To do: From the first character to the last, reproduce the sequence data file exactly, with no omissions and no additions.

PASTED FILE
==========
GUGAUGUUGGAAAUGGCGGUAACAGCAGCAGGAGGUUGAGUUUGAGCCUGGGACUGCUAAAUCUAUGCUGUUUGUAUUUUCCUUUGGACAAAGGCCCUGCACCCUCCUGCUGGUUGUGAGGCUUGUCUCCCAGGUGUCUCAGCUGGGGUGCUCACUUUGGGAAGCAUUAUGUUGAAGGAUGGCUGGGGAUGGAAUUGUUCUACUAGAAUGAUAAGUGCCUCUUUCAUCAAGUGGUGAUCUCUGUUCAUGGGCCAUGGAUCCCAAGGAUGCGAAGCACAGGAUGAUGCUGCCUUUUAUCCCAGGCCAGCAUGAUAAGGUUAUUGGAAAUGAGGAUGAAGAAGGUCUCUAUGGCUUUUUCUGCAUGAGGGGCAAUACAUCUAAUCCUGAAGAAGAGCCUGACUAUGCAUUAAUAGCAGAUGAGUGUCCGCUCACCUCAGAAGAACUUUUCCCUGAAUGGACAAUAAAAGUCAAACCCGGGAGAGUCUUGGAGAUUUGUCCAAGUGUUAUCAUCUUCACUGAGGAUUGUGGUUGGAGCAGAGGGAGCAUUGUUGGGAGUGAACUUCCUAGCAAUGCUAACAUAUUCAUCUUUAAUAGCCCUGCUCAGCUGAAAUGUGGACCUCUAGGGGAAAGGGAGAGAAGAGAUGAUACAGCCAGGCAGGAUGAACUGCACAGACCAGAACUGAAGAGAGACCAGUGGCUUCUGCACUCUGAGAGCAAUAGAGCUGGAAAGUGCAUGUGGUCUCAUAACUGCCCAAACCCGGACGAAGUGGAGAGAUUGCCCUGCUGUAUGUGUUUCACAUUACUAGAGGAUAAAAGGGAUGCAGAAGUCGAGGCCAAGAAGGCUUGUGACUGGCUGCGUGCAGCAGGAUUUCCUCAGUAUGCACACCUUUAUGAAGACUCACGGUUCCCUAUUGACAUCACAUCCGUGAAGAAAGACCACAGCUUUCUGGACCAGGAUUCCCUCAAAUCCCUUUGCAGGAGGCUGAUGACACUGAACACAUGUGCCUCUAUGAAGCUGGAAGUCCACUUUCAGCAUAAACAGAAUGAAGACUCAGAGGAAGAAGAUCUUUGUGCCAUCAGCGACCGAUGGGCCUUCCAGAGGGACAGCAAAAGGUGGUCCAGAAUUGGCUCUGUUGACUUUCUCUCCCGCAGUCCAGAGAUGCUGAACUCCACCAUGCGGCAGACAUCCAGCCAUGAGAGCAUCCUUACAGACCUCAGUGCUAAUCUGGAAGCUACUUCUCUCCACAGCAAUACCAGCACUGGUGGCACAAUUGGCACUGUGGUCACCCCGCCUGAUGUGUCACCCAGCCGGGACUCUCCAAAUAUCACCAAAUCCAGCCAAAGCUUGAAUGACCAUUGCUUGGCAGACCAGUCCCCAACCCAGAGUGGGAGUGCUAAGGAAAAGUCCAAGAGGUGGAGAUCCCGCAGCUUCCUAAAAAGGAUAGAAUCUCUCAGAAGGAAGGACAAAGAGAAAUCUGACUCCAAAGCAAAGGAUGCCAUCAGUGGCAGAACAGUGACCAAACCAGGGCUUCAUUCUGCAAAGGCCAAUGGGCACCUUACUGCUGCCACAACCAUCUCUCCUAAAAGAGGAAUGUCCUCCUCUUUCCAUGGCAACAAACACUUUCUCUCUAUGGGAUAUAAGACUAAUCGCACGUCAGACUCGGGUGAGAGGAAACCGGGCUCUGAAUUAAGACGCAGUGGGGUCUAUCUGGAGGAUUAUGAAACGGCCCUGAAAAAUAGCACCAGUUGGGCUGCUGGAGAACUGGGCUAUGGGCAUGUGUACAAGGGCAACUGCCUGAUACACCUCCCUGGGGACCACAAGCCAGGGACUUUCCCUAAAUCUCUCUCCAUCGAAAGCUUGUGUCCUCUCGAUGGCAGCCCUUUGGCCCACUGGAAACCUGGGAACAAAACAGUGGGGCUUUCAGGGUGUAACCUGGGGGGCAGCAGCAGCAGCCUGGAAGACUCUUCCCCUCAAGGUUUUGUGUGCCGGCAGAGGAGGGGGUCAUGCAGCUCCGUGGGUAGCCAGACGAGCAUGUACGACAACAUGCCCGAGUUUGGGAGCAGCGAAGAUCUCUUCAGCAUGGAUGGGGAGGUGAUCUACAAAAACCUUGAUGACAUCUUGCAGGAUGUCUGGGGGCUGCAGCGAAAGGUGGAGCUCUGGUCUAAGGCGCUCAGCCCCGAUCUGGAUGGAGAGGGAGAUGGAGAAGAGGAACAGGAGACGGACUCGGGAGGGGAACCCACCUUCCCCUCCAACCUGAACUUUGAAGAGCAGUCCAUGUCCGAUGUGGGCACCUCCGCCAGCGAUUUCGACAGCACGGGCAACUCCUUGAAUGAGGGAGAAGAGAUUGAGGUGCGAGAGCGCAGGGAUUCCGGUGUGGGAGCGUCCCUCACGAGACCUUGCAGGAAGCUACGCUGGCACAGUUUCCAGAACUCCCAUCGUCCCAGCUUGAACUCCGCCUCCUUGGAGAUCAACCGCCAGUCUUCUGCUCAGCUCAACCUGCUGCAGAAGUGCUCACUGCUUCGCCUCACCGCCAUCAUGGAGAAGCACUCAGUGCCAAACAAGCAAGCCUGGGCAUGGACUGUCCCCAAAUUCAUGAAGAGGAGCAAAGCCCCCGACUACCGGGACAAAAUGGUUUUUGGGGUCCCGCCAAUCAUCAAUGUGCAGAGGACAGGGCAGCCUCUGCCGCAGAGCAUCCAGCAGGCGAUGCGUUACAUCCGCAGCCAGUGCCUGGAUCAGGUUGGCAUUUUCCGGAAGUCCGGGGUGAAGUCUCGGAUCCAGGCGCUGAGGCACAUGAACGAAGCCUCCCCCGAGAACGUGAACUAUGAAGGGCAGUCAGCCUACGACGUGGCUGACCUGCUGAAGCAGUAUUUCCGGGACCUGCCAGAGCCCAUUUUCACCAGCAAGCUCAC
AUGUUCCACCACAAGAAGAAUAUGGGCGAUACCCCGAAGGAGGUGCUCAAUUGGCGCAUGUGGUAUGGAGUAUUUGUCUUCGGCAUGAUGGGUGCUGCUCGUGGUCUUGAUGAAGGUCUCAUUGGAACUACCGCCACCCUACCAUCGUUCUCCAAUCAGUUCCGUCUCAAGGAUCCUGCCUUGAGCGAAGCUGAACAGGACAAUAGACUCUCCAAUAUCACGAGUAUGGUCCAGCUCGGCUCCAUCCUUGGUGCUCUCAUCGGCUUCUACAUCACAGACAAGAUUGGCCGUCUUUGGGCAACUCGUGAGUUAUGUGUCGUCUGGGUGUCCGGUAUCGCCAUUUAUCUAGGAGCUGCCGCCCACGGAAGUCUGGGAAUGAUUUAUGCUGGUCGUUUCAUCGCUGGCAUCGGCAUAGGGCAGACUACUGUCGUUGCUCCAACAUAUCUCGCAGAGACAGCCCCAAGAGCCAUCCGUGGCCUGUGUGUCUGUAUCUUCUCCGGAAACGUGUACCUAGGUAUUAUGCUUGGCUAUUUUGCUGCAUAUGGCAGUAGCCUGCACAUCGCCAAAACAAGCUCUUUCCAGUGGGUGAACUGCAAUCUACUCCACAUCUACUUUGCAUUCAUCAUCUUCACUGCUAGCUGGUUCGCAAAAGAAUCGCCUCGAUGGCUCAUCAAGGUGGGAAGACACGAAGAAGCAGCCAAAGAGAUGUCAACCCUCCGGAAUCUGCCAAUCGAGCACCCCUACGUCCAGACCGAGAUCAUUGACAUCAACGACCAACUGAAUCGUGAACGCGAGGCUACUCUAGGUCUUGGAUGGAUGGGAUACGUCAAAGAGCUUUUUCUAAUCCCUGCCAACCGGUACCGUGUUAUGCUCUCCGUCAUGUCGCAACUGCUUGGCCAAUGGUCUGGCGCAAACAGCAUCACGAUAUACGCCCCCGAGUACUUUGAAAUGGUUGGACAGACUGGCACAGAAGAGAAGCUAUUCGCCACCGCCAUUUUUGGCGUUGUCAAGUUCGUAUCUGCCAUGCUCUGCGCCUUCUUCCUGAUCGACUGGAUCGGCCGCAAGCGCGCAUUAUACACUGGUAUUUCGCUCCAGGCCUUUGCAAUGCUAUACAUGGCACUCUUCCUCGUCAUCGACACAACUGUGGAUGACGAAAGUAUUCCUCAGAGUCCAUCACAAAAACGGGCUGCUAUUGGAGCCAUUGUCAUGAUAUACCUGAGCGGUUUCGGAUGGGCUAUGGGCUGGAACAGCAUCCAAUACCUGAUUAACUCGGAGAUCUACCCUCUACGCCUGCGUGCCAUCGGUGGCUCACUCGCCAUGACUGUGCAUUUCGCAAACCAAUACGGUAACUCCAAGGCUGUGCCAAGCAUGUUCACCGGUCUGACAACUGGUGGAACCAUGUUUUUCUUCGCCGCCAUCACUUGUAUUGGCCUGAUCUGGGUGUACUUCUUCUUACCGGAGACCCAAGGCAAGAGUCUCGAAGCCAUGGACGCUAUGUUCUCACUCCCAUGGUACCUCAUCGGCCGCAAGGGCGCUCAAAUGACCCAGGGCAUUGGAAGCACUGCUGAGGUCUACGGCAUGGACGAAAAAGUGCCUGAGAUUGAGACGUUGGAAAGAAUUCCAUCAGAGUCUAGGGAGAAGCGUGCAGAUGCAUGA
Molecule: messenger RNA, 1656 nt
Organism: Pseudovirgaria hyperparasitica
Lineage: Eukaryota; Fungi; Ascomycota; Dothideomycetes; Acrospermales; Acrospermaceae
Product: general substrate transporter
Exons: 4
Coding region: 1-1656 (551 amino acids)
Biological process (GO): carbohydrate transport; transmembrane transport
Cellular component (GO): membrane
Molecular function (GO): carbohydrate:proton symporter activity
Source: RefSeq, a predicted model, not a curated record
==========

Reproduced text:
GUGAUGUUGGAAAUGGCGGUAACAGCAGCAGGAGGUUGAGUUUGAGCCUGGGACUGCUAAAUCUAUGCUGUUUGUAUUUUCCUUUGGACAAAGGCCCUGCACCCUCCUGCUGGUUGUGAGGCUUGUCUCCCAGGUGUCUCAGCUGGGGUGCUCACUUUGGGAAGCAUUAUGUUGAAGGAUGGCUGGGGAUGGAAUUGUUCUACUAGAAUGAUAAGUGCCUCUUUCAUCAAGUGGUGAUCUCUGUUCAUGGGCCAUGGAUCCCAAGGAUGCGAAGCACAGGAUGAUGCUGCCUUUUAUCCCAGGCCAGCAUGAUAAGGUUAUUGGAAAUGAGGAUGAAGAAGGUCUCUAUGGCUUUUUCUGCAUGAGGGGCAAUACAUCUAAUCCUGAAGAAGAGCCUGACUAUGCAUUAAUAGCAGAUGAGUGUCCGCUCACCUCAGAAGAACUUUUCCCUGAAUGGACAAUAAAAGUCAAACCCGGGAGAGUCUUGGAGAUUUGUCCAAGUGUUAUCAUCUUCACUGAGGAUUGUGGUUGGAGCAGAGGGAGCAUUGUUGGGAGUGAACUUCCUAGCAAUGCUAACAUAUUCAUCUUUAAUAGCCCUGCUCAGCUGAAAUGUGGACCUCUAGGGGAAAGGGAGAGAAGAGAUGAUACAGCCAGGCAGGAUGAACUGCACAGACCAGAACUGAAGAGAGACCAGUGGCUUCUGCACUCUGAGAGCAAUAGAGCUGGAAAGUGCAUGUGGUCUCAUAACUGCCCAAACCCGGACGAAGUGGAGAGAUUGCCCUGCUGUAUGUGUUUCACAUUACUAGAGGAUAAAAGGGAUGCAGAAGUCGAGGCCAAGAAGGCUUGUGACUGGCUGCGUGCAGCAGGAUUUCCUCAGUAUGCACACCUUUAUGAAGACUCACGGUUCCCUAUUGACAUCACAUCCGUGAAGAAAGACCACAGCUUUCUGGACCAGGAUUCCCUCAAAUCCCUUUGCAGGAGGCUGAUGACACUGAACACAUGUGCCUCUAUGAAGCUGGAAGUCCACUUUCAGCAUAAACAGAAUGAAGACUCAGAGGAAGAAGAUCUUUGUGCCAUCAGCGACCGAUGGGCCUUCCAGAGGGACAGCAAAAGGUGGUCCAGAAUUGGCUCUGUUGACUUUCUCUCCCGCAGUCCAGAGAUGCUGAACUCCACCAUGCGGCAGACAUCCAGCCAUGAGAGCAUCCUUACAGACCUCAGUGCUAAUCUGGAAGCUACUUCUCUCCACAGCAAUACCAGCACUGGUGGCACAAUUGGCACUGUGGUCACCCCGCCUGAUGUGUCACCCAGCCGGGACUCUCCAAAUAUCACCAAAUCCAGCCAAAGCUUGAAUGACCAUUGCUUGGCAGACCAGUCCCCAACCCAGAGUGGGAGUGCUAAGGAAAAGUCCAAGAGGUGGAGAUCCCGCAGCUUCCUAAAAAGGAUAGAAUCUCUCAGAAGGAAGGACAAAGAGAAAUCUGACUCCAAAGCAAAGGAUGCCAUCAGUGGCAGAACAGUGACCAAACCAGGGCUUCAUUCUGCAAAGGCCAAUGGGCACCUUACUGCUGCCACAACCAUCUCUCCUAAAAGAGGAAUGUCCUCCUCUUUCCAUGGCAACAAACACUUUCUCUCUAUGGGAUAUAAGACUAAUCGCACGUCAGACUCGGGUGAGAGGAAACCGGGCUCUGAAUUAAGACGCAGUGGGGUCUAUCUGGAGGAUUAUGAAACGGCCCUGAAAAAUAGCACCAGUUGGGCUGCUGGAGAACUGGGCUAUGGGCAUGUGUACAAGGGCAACUGCCUGAUACACCUCCCUGGGGACCACAAGCCAGGGACUUUCCCUAAAUCUCUCUCCAUCGAAAGCUUGUGUCCUCUCGAUGGCAGCCCUUUGGCCCACUGGAAACCUGGGAACAAAACAGUGGGGCUUUCAGGGUGUAACCUGGGGGGCAGCAGCAGCAGCCUGGAAGACUCUUCCCCUCAAGGUUUUGUGUGCCGGCAGAGGAGGGGGUCAUGCAGCUCCGUGGGUAGCCAGACGAGCAUGUACGACAACAUGCCCGAGUUUGGGAGCAGCGAAGAUCUCUUCAGCAUGGAUGGGGAGGUGAUCUACAAAAACCUUGAUGACAUCUUGCAGGAUGUCUGGGGGCUGCAGCGAAAGGUGGAGCUCUGGUCUAAGGCGCUCAGCCCCGAUCUGGAUGGAGAGGGAGAUGGAGAAGAGGAACAGGAGACGGACUCGGGAGGGGAACCCACCUUCCCCUCCAACCUGAACUUUGAAGAGCAGUCCAUGUCCGAUGUGGGCACCUCCGCCAGCGAUUUCGACAGCACGGGCAACUCCUUGAAUGAGGGAGAAGAGAUUGAGGUGCGAGAGCGCAGGGAUUCCGGUGUGGGAGCGUCCCUCACGAGACCUUGCAGGAAGCUACGCUGGCACAGUUUCCAGAACUCCCAUCGUCCCAGCUUGAACUCCGCCUCCUUGGAGAUCAACCGCCAGUCUUCUGCUCAGCUCAACCUGCUGCAGAAGUGCUCACUGCUUCGCCUCACCGCCAUCAUGGAGAAGCACUCAGUGCCAAACAAGCAAGCCUGGGCAUGGACUGUCCCCAAAUUCAUGAAGAGGAGCAAAGCCCCCGACUACCGGGACAAAAUGGUUUUUGGGGUCCCGCCAAUCAUCAAUGUGCAGAGGACAGGGCAGCCUCUGCCGCAGAGCAUCCAGCAGGCGAUGCGUUACAUCCGCAGCCAGUGCCUGGAUCAGGUUGGCAUUUUCCGGAAGUCCGGGGUGAAGUCUCGGAUCCAGGCGCUGAGGCACAUGAACGAAGCCUCCCCCGAGAACGUGAACUAUGAAGGGCAGUCAGCCUACGACGUGGCUGACCUGCUGAAGCAGUAUUUCCGGGACCUGCCAGAGCCCAUUUUCACCAGCAAGCUCAC
AUGUUCCACCACAAGAAGAAUAUGGGCGAUACCCCGAAGGAGGUGCUCAAUUGGCGCAUGUGGUAUGGAGUAUUUGUCUUCGGCAUGAUGGGUGCUGCUCGUGGUCUUGAUGAAGGUCUCAUUGGAACUACCGCCACCCUACCAUCGUUCUCCAAUCAGUUCCGUCUCAAGGAUCCUGCCUUGAGCGAAGCUGAACAGGACAAUAGACUCUCCAAUAUCACGAGUAUGGUCCAGCUCGGCUCCAUCCUUGGUGCUCUCAUCGGCUUCUACAUCACAGACAAGAUUGGCCGUCUUUGGGCAACUCGUGAGUUAUGUGUCGUCUGGGUGUCCGGUAUCGCCAUUUAUCUAGGAGCUGCCGCCCACGGAAGUCUGGGAAUGAUUUAUGCUGGUCGUUUCAUCGCUGGCAUCGGCAUAGGGCAGACUACUGUCGUUGCUCCAACAUAUCUCGCAGAGACAGCCCCAAGAGCCAUCCGUGGCCUGUGUGUCUGUAUCUUCUCCGGAAACGUGUACCUAGGUAUUAUGCUUGGCUAUUUUGCUGCAUAUGGCAGUAGCCUGCACAUCGCCAAAACAAGCUCUUUCCAGUGGGUGAACUGCAAUCUACUCCACAUCUACUUUGCAUUCAUCAUCUUCACUGCUAGCUGGUUCGCAAAAGAAUCGCCUCGAUGGCUCAUCAAGGUGGGAAGACACGAAGAAGCAGCCAAAGAGAUGUCAACCCUCCGGAAUCUGCCAAUCGAGCACCCCUACGUCCAGACCGAGAUCAUUGACAUCAACGACCAACUGAAUCGUGAACGCGAGGCUACUCUAGGUCUUGGAUGGAUGGGAUACGUCAAAGAGCUUUUUCUAAUCCCUGCCAACCGGUACCGUGUUAUGCUCUCCGUCAUGUCGCAACUGCUUGGCCAAUGGUCUGGCGCAAACAGCAUCACGAUAUACGCCCCCGAGUACUUUGAAAUGGUUGGACAGACUGGCACAGAAGAGAAGCUAUUCGCCACCGCCAUUUUUGGCGUUGUCAAGUUCGUAUCUGCCAUGCUCUGCGCCUUCUUCCUGAUCGACUGGAUCGGCCGCAAGCGCGCAUUAUACACUGGUAUUUCGCUCCAGGCCUUUGCAAUGCUAUACAUGGCACUCUUCCUCGUCAUCGACACAACUGUGGAUGACGAAAGUAUUCCUCAGAGUCCAUCACAAAAACGGGCUGCUAUUGGAGCCAUUGUCAUGAUAUACCUGAGCGGUUUCGGAUGGGCUAUGGGCUGGAACAGCAUCCAAUACCUGAUUAACUCGGAGAUCUACCCUCUACGCCUGCGUGCCAUCGGUGGCUCACUCGCCAUGACUGUGCAUUUCGCAAACCAAUACGGUAACUCCAAGGCUGUGCCAAGCAUGUUCACCGGUCUGACAACUGGUGGAACCAUGUUUUUCUUCGCCGCCAUCACUUGUAUUGGCCUGAUCUGGGUGUACUUCUUCUUACCGGAGACCCAAGGCAAGAGUCUCGAAGCCAUGGACGCUAUGUUCUCACUCCCAUGGUACCUCAUCGGCCGCAAGGGCGCUCAAAUGACCCAGGGCAUUGGAAGCACUGCUGAGGUCUACGGCAUGGACGAAAAAGUGCCUGAGAUUGAGACGUUGGAAAGAAUUCCAUCAGAGUCUAGGGAGAAGCGUGCAGAUGCAUGA
Molecule: messenger RNA, 1656 nt
Organism: Pseudovirgaria hyperparasitica
Lineage: Eukaryota; Fungi; Ascomycota; Dothideomycetes; Acrospermales; Acrospermaceae
Product: general substrate transporter
Exons: 4
Coding region: 1-1656 (551 amino acids)
Biological process (GO): carbohydrate transport; transmembrane transport
Cellular component (GO): membrane
Molecular function (GO): carbohydrate:proton symporter activity
Source: RefSeq, a predicted model, not a curated record